The beautiful dogleg right 6th hole at Royal Cinque Ports
I used to love playing in the Royal Cinque Ports Borough of Deal Challenge Trophy during my later teen years, it is one of the many competitions held during their open week and if you are looking to play this wonderful links course I would highly recommend taking part in that week’s activities.
So you can imagine my excitement as I leave the Lodges at Prince’s and head to Deal to once again tee up on this beautiful stretch of land. Royal Cinque Ports came into being when a group of golfers found this stretch of land and realised they could replicate the classic out and back Scottish Links courses. Originally a 9-hole course designed by Henry Hunter, with the help of James Braid, the course soon became a full 18-hole track.
One of the things I love about Royal Cinque Ports is that it gives you a chance with its wide fairways and with the wind blowing off my right I need all the first fairway could offer and a little more! As my tee shot suddenly gets blown from its centre fairway trajectory to leave me just in the semi rough on the left, and as my second shot disappears into the burn with a hefty splash that runs in front of the green I realise just how strong that wind is.
The second takes you down to the shoreline and the beautiful third with its basin green starts the run of holes along that shoreline. It’s a wonderful stretch of pure links golf with stunning views over to the white cliffs of Dover. There is not one hole you are not going to enjoy and every one is a challenge, from the basin green on the 3rd to the raised green at the 7th, rolling fairways that run in between dunes and par 3s heading straight out towards the sea, your golf game will be challenged on every level no matter the weather.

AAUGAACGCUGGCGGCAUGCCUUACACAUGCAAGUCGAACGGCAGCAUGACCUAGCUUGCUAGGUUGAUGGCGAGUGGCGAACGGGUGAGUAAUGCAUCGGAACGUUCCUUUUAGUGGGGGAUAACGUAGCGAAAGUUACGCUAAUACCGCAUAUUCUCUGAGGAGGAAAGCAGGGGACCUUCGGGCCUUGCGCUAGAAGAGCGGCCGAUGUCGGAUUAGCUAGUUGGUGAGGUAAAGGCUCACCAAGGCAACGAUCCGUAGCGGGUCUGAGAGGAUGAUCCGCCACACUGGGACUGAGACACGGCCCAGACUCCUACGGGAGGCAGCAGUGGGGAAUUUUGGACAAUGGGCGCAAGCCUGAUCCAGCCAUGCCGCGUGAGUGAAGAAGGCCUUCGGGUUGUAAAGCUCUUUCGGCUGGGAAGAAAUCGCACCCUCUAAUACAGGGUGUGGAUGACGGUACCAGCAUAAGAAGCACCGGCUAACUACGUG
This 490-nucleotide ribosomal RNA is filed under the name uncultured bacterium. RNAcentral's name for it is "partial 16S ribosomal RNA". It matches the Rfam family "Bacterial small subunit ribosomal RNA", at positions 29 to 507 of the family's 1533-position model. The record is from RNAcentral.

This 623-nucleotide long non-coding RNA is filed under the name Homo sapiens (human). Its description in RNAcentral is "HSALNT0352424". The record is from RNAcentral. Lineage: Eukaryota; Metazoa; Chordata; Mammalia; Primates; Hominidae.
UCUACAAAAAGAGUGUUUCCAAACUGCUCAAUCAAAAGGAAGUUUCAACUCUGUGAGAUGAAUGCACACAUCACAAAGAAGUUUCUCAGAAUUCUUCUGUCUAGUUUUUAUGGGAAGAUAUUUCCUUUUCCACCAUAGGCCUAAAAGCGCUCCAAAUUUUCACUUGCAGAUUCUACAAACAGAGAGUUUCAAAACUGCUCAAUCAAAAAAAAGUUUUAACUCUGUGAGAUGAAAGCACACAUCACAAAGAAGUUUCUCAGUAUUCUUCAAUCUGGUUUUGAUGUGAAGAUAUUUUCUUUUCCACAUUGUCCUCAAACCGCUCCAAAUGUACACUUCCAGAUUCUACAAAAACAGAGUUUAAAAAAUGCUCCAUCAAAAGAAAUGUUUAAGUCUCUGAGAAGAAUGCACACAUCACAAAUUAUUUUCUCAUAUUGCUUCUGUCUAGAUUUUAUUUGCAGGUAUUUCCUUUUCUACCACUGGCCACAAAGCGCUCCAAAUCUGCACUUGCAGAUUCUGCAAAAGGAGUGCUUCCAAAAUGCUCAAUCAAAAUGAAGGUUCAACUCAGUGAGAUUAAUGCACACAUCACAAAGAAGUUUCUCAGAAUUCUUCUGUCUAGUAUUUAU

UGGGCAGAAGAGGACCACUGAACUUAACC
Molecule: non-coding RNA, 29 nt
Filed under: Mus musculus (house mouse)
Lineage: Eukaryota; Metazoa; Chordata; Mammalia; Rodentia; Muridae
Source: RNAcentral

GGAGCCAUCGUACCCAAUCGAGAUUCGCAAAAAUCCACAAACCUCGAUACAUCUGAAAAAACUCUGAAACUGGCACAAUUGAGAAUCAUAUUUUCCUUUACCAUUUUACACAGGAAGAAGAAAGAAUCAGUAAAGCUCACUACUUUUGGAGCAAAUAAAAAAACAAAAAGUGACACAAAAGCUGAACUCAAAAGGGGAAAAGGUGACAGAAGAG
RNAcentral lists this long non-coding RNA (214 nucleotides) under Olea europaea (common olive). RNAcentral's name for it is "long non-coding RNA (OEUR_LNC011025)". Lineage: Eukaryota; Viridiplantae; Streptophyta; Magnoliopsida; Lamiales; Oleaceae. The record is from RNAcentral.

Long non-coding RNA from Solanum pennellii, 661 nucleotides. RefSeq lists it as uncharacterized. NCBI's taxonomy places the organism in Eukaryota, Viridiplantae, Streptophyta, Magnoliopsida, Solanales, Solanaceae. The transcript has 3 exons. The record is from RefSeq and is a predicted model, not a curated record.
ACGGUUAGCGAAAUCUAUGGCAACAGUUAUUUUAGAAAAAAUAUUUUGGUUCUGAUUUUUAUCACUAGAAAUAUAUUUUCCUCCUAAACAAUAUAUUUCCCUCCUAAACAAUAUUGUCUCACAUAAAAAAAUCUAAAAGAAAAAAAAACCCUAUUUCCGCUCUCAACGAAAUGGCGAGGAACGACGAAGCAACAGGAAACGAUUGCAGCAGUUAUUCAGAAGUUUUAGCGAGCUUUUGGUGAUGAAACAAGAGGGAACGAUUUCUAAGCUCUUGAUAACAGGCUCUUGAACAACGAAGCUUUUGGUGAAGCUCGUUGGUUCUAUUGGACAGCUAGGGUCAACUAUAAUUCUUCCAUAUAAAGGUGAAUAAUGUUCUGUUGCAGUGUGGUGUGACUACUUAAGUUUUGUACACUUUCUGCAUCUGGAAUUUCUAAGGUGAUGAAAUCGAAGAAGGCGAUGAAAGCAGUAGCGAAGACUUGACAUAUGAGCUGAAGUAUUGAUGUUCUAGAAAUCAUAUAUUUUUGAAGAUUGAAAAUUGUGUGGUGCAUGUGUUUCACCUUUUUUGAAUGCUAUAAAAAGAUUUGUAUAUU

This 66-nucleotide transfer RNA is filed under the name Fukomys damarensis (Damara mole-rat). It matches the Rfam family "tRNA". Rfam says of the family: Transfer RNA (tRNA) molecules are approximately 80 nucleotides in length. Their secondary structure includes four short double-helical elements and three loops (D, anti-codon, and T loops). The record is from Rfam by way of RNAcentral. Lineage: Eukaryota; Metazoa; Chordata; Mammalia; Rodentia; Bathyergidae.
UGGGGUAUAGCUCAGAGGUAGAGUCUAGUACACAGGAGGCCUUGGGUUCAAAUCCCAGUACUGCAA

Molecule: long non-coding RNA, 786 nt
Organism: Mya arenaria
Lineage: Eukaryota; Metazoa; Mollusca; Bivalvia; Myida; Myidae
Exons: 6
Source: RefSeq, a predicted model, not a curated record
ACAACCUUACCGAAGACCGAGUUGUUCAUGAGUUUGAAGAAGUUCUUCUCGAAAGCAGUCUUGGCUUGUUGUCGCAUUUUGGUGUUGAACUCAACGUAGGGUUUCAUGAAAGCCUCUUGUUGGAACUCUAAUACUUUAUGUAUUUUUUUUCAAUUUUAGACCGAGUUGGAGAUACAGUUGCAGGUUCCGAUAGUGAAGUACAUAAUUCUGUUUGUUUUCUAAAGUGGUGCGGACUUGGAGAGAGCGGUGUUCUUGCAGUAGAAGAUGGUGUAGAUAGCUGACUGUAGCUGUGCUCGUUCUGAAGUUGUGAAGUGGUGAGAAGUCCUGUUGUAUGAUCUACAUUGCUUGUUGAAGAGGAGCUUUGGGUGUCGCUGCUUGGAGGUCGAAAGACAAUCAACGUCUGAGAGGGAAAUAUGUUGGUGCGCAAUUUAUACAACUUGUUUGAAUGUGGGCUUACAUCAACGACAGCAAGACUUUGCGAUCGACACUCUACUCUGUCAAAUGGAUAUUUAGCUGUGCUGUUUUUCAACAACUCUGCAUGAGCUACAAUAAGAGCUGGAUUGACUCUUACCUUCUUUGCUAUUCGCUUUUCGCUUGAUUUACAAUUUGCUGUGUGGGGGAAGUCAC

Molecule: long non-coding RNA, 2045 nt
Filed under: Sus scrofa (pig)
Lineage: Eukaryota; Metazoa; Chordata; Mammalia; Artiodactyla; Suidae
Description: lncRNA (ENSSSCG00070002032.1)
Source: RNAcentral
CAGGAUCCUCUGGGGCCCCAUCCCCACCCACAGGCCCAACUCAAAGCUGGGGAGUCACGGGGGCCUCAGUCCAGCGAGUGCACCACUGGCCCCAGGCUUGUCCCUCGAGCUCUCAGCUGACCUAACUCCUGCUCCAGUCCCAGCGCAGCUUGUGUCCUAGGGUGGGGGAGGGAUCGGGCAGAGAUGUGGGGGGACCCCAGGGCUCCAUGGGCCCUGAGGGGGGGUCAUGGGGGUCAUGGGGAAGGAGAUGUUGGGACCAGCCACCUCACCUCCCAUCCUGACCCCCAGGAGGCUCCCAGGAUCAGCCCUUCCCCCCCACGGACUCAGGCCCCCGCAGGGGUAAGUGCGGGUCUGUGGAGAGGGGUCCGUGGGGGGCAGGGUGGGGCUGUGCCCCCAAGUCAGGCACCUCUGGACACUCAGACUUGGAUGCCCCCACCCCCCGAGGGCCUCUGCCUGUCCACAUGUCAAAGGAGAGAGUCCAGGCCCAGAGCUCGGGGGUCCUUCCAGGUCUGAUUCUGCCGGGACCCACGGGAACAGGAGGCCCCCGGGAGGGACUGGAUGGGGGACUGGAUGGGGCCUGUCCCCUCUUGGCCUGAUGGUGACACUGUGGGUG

The ninth takes you up to the halfway hut where a nice hot Bovril and sausage baguette awaits, which I wolf down for some much needed substance to battle the back nine.
The back nine maintains the high standards of the front with some truly stunning holes with the 10th, 16th and 17th being my personal favourites, reading the course planner it would seem that none other than Open Champion Henry Cotton agrees with me and rates the 16th as one of his top eighteen holes in England.
The eighteenth at Royal Cinque Ports has always baffled me and like the first, sixth and the par 3 forth before it, they all have no bunkers to protect them – which would be unheard of in today’s golf course design. But take any of them lightly and you will soon understand that they can handle themselves without need of protection - they don’t suffer fools gladly and can wreck a card if you don’t concentrate. The eighteenth according to the stroke planner has seen its fair share of drama and as I hack my ball out of the deep rough on the left back on to the fairway I can understand why. A moment’s lapse in calculation in how strong the wind was off the right and I am lucky to get away with making five.
The beautiful wood panelled clubhouse awaits you with its assortment of hearty fare and ales and if you get time just check out the trophy display here, especially that Borough of Deal Challenge Trophy. Unfortunately I never got far enough to get my name engraved on there. I may just take up the secretary’s invitation to give it another go this year. But if you decide to play in the Open week or not make sure you put this Royal on your must play list, you will be glad you did.
The punch bowl green 3rd Looking back down 15The tough 16th hole
Homeward bound the 396-yard 17th at Royal Cinque Ports